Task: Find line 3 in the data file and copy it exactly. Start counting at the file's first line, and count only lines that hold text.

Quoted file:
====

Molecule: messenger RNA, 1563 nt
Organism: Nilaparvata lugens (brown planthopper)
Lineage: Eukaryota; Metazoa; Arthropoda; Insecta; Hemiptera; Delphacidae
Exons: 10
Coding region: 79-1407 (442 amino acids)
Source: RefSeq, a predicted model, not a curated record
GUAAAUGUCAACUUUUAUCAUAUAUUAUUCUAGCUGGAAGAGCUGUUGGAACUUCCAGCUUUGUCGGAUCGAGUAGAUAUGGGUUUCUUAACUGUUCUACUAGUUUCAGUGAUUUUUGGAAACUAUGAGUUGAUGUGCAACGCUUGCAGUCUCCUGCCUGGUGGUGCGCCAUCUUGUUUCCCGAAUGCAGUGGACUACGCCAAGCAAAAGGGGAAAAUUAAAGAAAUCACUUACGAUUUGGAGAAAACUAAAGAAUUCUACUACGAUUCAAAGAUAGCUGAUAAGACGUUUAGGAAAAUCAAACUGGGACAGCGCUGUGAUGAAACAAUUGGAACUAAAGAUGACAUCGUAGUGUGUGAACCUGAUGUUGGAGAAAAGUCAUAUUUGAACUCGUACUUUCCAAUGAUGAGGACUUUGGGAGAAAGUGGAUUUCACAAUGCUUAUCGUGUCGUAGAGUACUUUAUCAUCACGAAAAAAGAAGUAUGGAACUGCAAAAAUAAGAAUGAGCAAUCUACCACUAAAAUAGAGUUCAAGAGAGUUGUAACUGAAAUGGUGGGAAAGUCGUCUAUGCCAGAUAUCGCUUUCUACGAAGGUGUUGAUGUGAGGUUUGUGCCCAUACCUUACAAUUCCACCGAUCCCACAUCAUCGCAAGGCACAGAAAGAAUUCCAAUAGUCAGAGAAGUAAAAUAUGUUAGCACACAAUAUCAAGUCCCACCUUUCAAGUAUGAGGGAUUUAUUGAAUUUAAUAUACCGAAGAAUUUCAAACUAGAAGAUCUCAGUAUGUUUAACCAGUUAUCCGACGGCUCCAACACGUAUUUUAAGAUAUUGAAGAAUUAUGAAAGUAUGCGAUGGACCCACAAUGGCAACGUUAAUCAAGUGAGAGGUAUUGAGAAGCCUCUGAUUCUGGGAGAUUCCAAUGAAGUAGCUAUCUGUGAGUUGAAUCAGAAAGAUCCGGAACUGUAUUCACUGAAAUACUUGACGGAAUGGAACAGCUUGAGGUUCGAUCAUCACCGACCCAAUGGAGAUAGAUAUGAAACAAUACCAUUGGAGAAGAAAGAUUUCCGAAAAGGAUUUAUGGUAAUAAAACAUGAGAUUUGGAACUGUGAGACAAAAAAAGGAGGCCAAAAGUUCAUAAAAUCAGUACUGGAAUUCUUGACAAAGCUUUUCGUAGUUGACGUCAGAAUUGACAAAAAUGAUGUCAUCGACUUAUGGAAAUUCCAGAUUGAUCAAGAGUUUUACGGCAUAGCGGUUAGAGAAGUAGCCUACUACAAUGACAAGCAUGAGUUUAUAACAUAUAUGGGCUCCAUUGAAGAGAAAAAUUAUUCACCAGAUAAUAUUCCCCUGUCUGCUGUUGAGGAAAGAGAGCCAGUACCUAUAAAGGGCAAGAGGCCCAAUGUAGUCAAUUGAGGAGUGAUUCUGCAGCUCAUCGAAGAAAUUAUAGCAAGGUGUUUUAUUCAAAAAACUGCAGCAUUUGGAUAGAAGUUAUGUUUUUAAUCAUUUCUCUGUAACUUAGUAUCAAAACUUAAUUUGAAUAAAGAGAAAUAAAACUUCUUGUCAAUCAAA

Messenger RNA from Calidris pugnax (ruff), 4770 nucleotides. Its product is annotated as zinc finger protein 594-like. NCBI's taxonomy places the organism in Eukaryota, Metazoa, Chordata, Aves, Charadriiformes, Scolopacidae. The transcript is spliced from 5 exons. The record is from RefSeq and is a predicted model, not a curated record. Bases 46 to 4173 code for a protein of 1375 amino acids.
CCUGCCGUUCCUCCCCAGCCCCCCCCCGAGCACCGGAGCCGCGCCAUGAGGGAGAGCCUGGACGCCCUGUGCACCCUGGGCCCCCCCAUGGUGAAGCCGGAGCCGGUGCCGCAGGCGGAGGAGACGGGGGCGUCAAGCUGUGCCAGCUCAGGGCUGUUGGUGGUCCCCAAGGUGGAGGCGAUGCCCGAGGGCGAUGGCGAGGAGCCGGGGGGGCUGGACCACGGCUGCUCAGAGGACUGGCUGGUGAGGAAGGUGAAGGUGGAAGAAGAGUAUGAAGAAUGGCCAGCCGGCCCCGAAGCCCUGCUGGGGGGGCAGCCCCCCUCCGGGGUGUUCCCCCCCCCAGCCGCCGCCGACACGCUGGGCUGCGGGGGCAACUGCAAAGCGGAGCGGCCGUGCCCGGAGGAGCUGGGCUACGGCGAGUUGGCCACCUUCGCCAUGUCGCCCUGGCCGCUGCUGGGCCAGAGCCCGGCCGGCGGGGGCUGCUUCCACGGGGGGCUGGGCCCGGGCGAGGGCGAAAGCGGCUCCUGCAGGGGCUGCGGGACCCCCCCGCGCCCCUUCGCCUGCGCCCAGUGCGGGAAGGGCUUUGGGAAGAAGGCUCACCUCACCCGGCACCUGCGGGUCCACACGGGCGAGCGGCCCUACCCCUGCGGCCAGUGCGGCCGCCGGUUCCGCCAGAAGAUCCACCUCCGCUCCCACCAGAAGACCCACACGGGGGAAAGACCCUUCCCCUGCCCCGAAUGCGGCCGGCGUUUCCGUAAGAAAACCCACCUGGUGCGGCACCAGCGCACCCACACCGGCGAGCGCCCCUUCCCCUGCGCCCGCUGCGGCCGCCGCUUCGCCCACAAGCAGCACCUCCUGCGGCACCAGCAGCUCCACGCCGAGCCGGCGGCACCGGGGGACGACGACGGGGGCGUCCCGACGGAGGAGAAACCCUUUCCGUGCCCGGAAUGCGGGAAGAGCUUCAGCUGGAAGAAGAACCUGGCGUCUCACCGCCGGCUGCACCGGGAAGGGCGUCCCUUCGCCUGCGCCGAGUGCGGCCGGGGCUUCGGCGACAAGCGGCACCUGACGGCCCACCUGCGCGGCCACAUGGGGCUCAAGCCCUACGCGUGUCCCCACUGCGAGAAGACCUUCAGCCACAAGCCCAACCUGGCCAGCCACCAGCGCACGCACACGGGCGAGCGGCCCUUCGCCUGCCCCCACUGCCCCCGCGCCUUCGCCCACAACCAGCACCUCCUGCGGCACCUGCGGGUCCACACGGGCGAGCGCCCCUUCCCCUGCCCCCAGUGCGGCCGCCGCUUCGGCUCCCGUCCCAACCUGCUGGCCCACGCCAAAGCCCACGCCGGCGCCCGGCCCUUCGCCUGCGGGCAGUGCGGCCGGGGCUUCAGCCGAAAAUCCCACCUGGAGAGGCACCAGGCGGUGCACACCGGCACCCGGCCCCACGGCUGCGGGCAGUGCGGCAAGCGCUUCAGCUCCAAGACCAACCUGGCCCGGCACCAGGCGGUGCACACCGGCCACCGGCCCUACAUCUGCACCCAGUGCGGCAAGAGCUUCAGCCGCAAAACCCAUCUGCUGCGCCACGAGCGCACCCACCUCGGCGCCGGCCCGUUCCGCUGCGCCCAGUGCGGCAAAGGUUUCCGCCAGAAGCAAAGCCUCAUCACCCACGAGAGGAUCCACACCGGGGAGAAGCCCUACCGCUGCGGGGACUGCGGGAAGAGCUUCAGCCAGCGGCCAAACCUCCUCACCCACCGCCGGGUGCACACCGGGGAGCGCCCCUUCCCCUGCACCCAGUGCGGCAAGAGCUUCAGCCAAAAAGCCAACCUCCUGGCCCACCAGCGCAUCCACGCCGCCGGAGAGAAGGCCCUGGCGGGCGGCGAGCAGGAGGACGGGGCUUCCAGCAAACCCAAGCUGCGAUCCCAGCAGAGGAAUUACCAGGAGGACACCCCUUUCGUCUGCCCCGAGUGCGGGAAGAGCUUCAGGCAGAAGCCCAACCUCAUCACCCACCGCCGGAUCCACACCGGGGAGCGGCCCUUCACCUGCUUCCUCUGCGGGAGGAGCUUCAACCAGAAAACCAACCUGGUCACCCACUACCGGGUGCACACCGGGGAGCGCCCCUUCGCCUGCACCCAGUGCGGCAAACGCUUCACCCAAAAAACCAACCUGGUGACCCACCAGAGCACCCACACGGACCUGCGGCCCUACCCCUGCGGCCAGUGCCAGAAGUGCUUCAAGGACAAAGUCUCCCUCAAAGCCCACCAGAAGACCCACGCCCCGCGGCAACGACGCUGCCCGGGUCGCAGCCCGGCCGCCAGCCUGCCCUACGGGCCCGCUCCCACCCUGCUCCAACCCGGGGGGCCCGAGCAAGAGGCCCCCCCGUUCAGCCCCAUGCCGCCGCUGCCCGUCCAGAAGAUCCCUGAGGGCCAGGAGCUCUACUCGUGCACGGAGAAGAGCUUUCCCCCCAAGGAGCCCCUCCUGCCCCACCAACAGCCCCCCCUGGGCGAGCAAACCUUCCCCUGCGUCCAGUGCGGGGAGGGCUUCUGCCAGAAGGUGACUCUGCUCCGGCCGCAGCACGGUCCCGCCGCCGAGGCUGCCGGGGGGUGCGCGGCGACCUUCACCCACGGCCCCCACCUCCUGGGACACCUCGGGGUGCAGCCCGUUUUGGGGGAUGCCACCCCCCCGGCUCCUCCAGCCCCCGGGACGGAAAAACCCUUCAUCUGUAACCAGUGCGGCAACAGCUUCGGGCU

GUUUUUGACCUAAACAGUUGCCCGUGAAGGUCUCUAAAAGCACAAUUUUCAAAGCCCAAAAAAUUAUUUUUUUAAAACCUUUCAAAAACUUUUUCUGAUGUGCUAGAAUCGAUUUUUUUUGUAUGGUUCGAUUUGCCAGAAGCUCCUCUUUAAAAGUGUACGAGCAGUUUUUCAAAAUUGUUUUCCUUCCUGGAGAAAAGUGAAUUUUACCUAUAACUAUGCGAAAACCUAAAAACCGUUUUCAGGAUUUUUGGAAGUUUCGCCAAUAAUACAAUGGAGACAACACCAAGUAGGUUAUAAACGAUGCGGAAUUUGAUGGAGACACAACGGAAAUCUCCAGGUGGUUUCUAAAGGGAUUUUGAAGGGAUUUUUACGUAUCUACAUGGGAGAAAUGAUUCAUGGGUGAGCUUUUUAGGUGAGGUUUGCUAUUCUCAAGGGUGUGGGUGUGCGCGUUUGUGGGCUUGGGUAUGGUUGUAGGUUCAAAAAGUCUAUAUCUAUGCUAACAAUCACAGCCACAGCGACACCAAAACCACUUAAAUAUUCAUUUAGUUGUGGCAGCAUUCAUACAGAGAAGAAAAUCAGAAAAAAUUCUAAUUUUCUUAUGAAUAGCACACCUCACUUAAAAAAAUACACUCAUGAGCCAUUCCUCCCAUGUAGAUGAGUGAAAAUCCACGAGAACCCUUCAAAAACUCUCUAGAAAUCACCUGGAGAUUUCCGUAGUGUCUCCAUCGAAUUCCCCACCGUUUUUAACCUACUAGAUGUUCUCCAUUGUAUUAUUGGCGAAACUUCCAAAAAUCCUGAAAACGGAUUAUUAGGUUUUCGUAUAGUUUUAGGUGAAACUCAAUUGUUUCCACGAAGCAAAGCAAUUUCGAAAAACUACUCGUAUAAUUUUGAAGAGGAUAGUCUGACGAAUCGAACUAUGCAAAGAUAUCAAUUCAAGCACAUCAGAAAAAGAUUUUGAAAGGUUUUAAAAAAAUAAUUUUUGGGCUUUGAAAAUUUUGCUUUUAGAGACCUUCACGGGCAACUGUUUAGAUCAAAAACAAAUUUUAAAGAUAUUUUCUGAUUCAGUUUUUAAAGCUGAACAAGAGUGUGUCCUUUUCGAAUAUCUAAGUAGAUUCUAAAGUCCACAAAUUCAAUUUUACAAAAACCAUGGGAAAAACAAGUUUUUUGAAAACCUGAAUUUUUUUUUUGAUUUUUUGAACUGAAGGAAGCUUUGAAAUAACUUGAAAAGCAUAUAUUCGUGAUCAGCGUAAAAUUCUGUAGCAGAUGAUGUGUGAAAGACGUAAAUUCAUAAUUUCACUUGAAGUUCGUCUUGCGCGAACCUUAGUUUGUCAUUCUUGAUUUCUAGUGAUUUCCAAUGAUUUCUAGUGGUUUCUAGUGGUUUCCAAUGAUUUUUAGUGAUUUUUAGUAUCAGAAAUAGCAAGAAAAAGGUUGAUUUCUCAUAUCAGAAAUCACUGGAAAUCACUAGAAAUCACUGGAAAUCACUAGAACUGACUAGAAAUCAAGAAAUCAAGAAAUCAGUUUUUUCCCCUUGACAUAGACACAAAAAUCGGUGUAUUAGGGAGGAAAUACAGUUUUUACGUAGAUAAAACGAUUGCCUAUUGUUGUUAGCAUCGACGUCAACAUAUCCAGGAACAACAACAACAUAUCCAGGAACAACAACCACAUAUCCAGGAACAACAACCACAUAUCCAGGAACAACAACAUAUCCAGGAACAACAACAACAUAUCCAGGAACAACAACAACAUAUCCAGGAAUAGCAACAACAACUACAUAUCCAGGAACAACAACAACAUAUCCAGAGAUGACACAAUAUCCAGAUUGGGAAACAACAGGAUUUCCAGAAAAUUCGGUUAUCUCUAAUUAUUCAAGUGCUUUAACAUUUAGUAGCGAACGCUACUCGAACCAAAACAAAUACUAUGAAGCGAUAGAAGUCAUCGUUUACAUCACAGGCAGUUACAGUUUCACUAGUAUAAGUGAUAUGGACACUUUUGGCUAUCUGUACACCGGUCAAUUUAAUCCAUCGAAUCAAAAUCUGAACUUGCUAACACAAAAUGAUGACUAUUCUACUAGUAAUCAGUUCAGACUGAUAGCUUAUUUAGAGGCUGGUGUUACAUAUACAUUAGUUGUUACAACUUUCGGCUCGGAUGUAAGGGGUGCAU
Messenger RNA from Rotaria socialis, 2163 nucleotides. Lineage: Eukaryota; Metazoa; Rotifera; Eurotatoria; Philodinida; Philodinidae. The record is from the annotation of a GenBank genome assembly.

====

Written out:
Lineage: Eukaryota; Metazoa; Arthropoda; Insecta; Hemiptera; Delphacidae